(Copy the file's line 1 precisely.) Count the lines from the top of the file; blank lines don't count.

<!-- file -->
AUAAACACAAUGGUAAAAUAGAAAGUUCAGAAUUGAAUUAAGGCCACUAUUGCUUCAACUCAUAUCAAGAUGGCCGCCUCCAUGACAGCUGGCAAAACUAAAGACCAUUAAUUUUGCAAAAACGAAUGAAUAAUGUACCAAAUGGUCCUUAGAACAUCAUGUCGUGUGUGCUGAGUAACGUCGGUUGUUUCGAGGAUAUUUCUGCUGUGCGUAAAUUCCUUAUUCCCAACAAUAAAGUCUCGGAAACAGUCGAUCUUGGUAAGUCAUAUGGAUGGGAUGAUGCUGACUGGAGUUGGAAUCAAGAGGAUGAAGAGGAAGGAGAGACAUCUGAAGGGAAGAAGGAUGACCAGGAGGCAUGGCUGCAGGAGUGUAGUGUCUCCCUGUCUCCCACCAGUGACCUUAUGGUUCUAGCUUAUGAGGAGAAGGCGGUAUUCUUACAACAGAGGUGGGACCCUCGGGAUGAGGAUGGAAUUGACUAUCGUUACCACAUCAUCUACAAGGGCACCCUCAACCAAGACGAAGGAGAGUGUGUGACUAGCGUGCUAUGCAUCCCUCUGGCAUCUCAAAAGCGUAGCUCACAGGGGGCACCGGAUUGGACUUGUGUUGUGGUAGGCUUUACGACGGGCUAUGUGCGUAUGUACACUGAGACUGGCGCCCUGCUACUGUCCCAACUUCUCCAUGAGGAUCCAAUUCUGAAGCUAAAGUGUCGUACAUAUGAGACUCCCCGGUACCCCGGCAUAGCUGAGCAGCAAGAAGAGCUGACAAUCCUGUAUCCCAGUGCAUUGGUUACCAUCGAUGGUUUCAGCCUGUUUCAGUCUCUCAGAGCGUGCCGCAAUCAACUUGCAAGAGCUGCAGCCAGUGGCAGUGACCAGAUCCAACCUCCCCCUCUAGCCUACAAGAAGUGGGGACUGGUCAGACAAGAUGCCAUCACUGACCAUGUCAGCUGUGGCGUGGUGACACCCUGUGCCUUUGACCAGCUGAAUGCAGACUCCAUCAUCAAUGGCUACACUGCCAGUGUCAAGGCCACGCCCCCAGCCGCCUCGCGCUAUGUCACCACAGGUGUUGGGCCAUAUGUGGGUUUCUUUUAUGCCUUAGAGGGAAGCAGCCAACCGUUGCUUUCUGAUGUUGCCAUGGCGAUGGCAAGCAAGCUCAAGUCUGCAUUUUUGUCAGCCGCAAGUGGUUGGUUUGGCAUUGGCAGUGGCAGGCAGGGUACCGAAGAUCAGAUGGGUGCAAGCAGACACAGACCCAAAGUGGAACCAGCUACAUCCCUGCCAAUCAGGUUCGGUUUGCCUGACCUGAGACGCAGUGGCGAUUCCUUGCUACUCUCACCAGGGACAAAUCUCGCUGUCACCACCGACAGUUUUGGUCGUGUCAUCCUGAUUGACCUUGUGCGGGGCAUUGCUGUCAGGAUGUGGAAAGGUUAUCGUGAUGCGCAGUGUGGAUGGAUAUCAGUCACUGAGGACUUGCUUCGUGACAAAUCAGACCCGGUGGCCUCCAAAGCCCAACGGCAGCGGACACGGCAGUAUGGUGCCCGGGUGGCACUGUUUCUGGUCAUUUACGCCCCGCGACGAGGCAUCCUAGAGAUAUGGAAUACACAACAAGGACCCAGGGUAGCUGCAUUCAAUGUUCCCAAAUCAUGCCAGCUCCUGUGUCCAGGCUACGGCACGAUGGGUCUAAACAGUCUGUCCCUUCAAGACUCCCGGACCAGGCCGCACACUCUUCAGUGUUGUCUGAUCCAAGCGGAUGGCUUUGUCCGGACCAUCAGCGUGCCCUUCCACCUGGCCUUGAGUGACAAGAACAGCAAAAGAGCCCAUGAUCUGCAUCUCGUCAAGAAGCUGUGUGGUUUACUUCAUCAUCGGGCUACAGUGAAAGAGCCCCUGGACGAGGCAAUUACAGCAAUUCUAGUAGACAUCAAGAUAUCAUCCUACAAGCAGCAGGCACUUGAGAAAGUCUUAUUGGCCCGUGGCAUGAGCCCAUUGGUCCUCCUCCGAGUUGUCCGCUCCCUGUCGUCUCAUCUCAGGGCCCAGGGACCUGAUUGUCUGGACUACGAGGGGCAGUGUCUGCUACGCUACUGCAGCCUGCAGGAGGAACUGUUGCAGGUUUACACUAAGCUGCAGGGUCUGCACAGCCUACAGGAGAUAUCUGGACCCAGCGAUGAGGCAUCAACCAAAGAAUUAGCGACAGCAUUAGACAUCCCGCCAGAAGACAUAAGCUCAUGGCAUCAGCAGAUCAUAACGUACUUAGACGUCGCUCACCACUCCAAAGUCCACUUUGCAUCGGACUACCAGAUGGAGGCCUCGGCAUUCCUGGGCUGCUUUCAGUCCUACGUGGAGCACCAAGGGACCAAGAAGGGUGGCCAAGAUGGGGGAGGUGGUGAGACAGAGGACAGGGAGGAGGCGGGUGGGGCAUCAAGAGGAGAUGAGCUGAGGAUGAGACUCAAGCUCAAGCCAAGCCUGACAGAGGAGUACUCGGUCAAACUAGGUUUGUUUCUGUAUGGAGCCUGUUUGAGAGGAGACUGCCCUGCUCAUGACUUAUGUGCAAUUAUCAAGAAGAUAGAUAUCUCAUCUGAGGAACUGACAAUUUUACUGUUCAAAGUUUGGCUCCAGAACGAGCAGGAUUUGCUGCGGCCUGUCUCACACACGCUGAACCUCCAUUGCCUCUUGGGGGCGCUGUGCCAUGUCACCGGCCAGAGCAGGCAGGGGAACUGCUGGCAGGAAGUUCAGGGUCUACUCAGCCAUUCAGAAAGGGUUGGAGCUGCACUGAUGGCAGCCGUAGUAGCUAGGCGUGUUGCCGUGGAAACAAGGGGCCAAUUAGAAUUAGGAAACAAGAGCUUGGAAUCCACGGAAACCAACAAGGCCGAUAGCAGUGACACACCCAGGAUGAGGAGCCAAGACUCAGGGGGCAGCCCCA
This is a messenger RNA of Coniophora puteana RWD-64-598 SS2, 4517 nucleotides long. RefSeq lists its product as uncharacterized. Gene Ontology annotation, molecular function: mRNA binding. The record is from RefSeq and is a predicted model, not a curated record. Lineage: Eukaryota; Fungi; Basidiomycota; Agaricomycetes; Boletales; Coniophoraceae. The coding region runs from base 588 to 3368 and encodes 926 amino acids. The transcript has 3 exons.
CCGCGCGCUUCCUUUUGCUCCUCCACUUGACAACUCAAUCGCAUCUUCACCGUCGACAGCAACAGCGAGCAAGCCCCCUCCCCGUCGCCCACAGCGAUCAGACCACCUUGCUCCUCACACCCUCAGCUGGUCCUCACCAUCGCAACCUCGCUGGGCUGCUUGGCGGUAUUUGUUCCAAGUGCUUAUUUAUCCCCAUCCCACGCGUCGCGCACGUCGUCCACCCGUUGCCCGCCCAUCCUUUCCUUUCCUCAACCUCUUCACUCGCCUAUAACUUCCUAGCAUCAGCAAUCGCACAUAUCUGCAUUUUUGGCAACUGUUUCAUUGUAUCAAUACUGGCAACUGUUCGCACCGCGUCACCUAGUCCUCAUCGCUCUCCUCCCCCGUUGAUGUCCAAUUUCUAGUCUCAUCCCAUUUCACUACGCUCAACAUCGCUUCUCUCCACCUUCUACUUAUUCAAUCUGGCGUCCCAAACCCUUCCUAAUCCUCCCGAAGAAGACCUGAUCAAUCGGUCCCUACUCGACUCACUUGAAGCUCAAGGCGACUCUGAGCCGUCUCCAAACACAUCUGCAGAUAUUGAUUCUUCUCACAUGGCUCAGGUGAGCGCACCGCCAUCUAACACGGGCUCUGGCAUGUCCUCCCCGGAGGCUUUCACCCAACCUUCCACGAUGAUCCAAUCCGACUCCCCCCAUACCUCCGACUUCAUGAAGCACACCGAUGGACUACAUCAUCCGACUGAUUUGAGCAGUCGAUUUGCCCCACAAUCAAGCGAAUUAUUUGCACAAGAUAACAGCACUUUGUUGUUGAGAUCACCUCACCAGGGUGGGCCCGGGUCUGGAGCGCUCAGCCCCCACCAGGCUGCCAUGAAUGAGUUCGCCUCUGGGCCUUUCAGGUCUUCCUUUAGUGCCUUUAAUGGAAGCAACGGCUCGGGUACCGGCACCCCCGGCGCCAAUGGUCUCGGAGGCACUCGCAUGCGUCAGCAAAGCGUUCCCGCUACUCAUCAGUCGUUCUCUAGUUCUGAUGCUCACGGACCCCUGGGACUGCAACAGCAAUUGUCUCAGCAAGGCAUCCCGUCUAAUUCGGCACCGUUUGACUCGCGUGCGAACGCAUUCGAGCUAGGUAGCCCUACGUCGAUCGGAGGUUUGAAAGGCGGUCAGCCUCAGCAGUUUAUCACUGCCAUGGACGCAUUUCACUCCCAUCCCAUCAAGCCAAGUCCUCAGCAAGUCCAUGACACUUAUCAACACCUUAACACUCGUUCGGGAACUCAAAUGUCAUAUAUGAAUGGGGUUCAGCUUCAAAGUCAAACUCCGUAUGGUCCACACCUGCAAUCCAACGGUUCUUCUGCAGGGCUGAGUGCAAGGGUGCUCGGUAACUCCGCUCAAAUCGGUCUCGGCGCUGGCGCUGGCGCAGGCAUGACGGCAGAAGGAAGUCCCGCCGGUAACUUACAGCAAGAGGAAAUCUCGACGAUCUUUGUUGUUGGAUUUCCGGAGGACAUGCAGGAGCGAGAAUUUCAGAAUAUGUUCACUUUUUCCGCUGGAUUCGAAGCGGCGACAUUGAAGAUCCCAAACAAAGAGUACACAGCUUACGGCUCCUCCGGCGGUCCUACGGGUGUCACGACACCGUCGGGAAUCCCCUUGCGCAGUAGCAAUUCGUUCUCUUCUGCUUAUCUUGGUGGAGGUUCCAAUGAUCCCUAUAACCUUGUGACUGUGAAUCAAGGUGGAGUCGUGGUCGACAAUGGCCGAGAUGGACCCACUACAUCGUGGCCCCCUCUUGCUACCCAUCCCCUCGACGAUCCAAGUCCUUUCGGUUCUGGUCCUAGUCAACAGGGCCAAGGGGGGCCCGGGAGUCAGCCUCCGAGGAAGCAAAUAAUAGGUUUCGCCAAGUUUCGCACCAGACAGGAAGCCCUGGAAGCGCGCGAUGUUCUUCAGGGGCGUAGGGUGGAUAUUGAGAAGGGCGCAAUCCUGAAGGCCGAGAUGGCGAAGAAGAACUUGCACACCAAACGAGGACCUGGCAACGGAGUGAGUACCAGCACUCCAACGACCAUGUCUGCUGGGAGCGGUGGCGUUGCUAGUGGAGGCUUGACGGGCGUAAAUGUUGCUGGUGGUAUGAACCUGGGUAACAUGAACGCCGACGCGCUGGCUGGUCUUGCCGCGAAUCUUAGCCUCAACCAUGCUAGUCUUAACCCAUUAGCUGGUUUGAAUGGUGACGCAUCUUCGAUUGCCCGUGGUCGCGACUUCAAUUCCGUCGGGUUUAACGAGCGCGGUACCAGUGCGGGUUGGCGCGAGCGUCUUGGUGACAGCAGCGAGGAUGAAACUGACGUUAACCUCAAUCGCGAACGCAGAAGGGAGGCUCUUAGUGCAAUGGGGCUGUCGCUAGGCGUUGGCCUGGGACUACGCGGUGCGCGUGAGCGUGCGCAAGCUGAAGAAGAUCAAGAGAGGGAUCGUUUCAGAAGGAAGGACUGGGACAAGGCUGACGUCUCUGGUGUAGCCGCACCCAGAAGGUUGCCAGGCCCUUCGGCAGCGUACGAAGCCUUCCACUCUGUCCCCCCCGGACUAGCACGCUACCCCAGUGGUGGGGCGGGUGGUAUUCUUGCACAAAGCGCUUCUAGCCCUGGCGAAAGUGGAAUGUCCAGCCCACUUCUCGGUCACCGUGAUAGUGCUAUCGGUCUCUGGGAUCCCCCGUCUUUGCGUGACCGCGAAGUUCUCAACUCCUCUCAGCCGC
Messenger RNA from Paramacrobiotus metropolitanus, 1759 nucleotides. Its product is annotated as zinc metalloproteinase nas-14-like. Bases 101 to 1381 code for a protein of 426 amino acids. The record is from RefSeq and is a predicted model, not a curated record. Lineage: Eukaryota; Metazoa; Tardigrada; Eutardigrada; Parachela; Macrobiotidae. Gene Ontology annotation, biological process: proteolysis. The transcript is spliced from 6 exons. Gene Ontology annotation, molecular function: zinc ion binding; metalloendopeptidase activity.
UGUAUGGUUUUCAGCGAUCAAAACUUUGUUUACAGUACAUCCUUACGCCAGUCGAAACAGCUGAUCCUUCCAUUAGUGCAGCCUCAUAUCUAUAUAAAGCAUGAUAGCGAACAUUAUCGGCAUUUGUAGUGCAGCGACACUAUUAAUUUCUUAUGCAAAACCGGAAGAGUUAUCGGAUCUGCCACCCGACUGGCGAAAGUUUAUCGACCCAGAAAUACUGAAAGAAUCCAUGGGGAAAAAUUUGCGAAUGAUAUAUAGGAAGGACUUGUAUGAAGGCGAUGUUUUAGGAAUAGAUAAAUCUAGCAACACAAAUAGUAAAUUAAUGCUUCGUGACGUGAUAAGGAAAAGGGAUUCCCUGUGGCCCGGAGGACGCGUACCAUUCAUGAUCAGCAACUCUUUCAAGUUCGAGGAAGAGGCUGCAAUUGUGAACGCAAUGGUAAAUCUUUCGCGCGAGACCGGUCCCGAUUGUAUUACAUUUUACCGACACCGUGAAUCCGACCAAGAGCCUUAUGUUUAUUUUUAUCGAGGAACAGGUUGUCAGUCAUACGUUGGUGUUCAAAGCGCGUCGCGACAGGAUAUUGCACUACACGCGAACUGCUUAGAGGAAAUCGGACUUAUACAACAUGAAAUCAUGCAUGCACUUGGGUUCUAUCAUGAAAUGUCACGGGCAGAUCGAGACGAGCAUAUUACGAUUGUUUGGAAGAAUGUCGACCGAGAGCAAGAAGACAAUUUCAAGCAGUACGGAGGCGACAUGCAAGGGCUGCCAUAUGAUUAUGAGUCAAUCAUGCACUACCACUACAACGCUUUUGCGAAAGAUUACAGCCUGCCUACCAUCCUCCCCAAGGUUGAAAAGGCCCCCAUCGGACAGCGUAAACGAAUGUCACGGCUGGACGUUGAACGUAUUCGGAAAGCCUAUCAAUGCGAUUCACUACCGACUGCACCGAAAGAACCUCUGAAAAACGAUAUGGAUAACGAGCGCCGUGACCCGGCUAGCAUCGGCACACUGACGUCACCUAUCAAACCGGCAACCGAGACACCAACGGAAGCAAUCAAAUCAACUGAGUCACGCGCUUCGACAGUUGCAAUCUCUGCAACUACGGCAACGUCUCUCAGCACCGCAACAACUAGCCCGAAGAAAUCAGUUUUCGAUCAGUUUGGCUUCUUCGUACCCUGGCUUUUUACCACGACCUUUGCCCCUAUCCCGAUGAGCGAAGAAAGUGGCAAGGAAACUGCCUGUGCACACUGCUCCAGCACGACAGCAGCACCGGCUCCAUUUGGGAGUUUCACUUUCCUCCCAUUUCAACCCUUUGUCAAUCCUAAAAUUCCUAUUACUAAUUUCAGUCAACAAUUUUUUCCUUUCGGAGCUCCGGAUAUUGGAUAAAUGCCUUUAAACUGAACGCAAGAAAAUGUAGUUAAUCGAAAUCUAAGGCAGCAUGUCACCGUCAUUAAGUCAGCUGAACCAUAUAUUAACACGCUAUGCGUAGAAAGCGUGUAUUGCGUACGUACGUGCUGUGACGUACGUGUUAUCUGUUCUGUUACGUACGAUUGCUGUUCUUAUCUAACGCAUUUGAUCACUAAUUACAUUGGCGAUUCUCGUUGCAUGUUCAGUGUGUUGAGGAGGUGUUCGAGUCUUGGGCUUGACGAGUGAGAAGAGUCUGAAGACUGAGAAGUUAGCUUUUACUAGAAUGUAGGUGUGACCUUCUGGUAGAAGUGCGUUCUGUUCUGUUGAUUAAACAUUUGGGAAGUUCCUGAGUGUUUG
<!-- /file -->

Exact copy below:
AUAAACACAAUGGUAAAAUAGAAAGUUCAGAAUUGAAUUAAGGCCACUAUUGCUUCAACUCAUAUCAAGAUGGCCGCCUCCAUGACAGCUGGCAAAACUAAAGACCAUUAAUUUUGCAAAAACGAAUGAAUAAUGUACCAAAUGGUCCUUAGAACAUCAUGUCGUGUGUGCUGAGUAACGUCGGUUGUUUCGAGGAUAUUUCUGCUGUGCGUAAAUUCCUUAUUCCCAACAAUAAAGUCUCGGAAACAGUCGAUCUUGGUAAGUCAUAUGGAUGGGAUGAUGCUGACUGGAGUUGGAAUCAAGAGGAUGAAGAGGAAGGAGAGACAUCUGAAGGGAAGAAGGAUGACCAGGAGGCAUGGCUGCAGGAGUGUAGUGUCUCCCUGUCUCCCACCAGUGACCUUAUGGUUCUAGCUUAUGAGGAGAAGGCGGUAUUCUUACAACAGAGGUGGGACCCUCGGGAUGAGGAUGGAAUUGACUAUCGUUACCACAUCAUCUACAAGGGCACCCUCAACCAAGACGAAGGAGAGUGUGUGACUAGCGUGCUAUGCAUCCCUCUGGCAUCUCAAAAGCGUAGCUCACAGGGGGCACCGGAUUGGACUUGUGUUGUGGUAGGCUUUACGACGGGCUAUGUGCGUAUGUACACUGAGACUGGCGCCCUGCUACUGUCCCAACUUCUCCAUGAGGAUCCAAUUCUGAAGCUAAAGUGUCGUACAUAUGAGACUCCCCGGUACCCCGGCAUAGCUGAGCAGCAAGAAGAGCUGACAAUCCUGUAUCCCAGUGCAUUGGUUACCAUCGAUGGUUUCAGCCUGUUUCAGUCUCUCAGAGCGUGCCGCAAUCAACUUGCAAGAGCUGCAGCCAGUGGCAGUGACCAGAUCCAACCUCCCCCUCUAGCCUACAAGAAGUGGGGACUGGUCAGACAAGAUGCCAUCACUGACCAUGUCAGCUGUGGCGUGGUGACACCCUGUGCCUUUGACCAGCUGAAUGCAGACUCCAUCAUCAAUGGCUACACUGCCAGUGUCAAGGCCACGCCCCCAGCCGCCUCGCGCUAUGUCACCACAGGUGUUGGGCCAUAUGUGGGUUUCUUUUAUGCCUUAGAGGGAAGCAGCCAACCGUUGCUUUCUGAUGUUGCCAUGGCGAUGGCAAGCAAGCUCAAGUCUGCAUUUUUGUCAGCCGCAAGUGGUUGGUUUGGCAUUGGCAGUGGCAGGCAGGGUACCGAAGAUCAGAUGGGUGCAAGCAGACACAGACCCAAAGUGGAACCAGCUACAUCCCUGCCAAUCAGGUUCGGUUUGCCUGACCUGAGACGCAGUGGCGAUUCCUUGCUACUCUCACCAGGGACAAAUCUCGCUGUCACCACCGACAGUUUUGGUCGUGUCAUCCUGAUUGACCUUGUGCGGGGCAUUGCUGUCAGGAUGUGGAAAGGUUAUCGUGAUGCGCAGUGUGGAUGGAUAUCAGUCACUGAGGACUUGCUUCGUGACAAAUCAGACCCGGUGGCCUCCAAAGCCCAACGGCAGCGGACACGGCAGUAUGGUGCCCGGGUGGCACUGUUUCUGGUCAUUUACGCCCCGCGACGAGGCAUCCUAGAGAUAUGGAAUACACAACAAGGACCCAGGGUAGCUGCAUUCAAUGUUCCCAAAUCAUGCCAGCUCCUGUGUCCAGGCUACGGCACGAUGGGUCUAAACAGUCUGUCCCUUCAAGACUCCCGGACCAGGCCGCACACUCUUCAGUGUUGUCUGAUCCAAGCGGAUGGCUUUGUCCGGACCAUCAGCGUGCCCUUCCACCUGGCCUUGAGUGACAAGAACAGCAAAAGAGCCCAUGAUCUGCAUCUCGUCAAGAAGCUGUGUGGUUUACUUCAUCAUCGGGCUACAGUGAAAGAGCCCCUGGACGAGGCAAUUACAGCAAUUCUAGUAGACAUCAAGAUAUCAUCCUACAAGCAGCAGGCACUUGAGAAAGUCUUAUUGGCCCGUGGCAUGAGCCCAUUGGUCCUCCUCCGAGUUGUCCGCUCCCUGUCGUCUCAUCUCAGGGCCCAGGGACCUGAUUGUCUGGACUACGAGGGGCAGUGUCUGCUACGCUACUGCAGCCUGCAGGAGGAACUGUUGCAGGUUUACACUAAGCUGCAGGGUCUGCACAGCCUACAGGAGAUAUCUGGACCCAGCGAUGAGGCAUCAACCAAAGAAUUAGCGACAGCAUUAGACAUCCCGCCAGAAGACAUAAGCUCAUGGCAUCAGCAGAUCAUAACGUACUUAGACGUCGCUCACCACUCCAAAGUCCACUUUGCAUCGGACUACCAGAUGGAGGCCUCGGCAUUCCUGGGCUGCUUUCAGUCCUACGUGGAGCACCAAGGGACCAAGAAGGGUGGCCAAGAUGGGGGAGGUGGUGAGACAGAGGACAGGGAGGAGGCGGGUGGGGCAUCAAGAGGAGAUGAGCUGAGGAUGAGACUCAAGCUCAAGCCAAGCCUGACAGAGGAGUACUCGGUCAAACUAGGUUUGUUUCUGUAUGGAGCCUGUUUGAGAGGAGACUGCCCUGCUCAUGACUUAUGUGCAAUUAUCAAGAAGAUAGAUAUCUCAUCUGAGGAACUGACAAUUUUACUGUUCAAAGUUUGGCUCCAGAACGAGCAGGAUUUGCUGCGGCCUGUCUCACACACGCUGAACCUCCAUUGCCUCUUGGGGGCGCUGUGCCAUGUCACCGGCCAGAGCAGGCAGGGGAACUGCUGGCAGGAAGUUCAGGGUCUACUCAGCCAUUCAGAAAGGGUUGGAGCUGCACUGAUGGCAGCCGUAGUAGCUAGGCGUGUUGCCGUGGAAACAAGGGGCCAAUUAGAAUUAGGAAACAAGAGCUUGGAAUCCACGGAAACCAACAAGGCCGAUAGCAGUGACACACCCAGGAUGAGGAGCCAAGACUCAGGGGGCAGCCCCA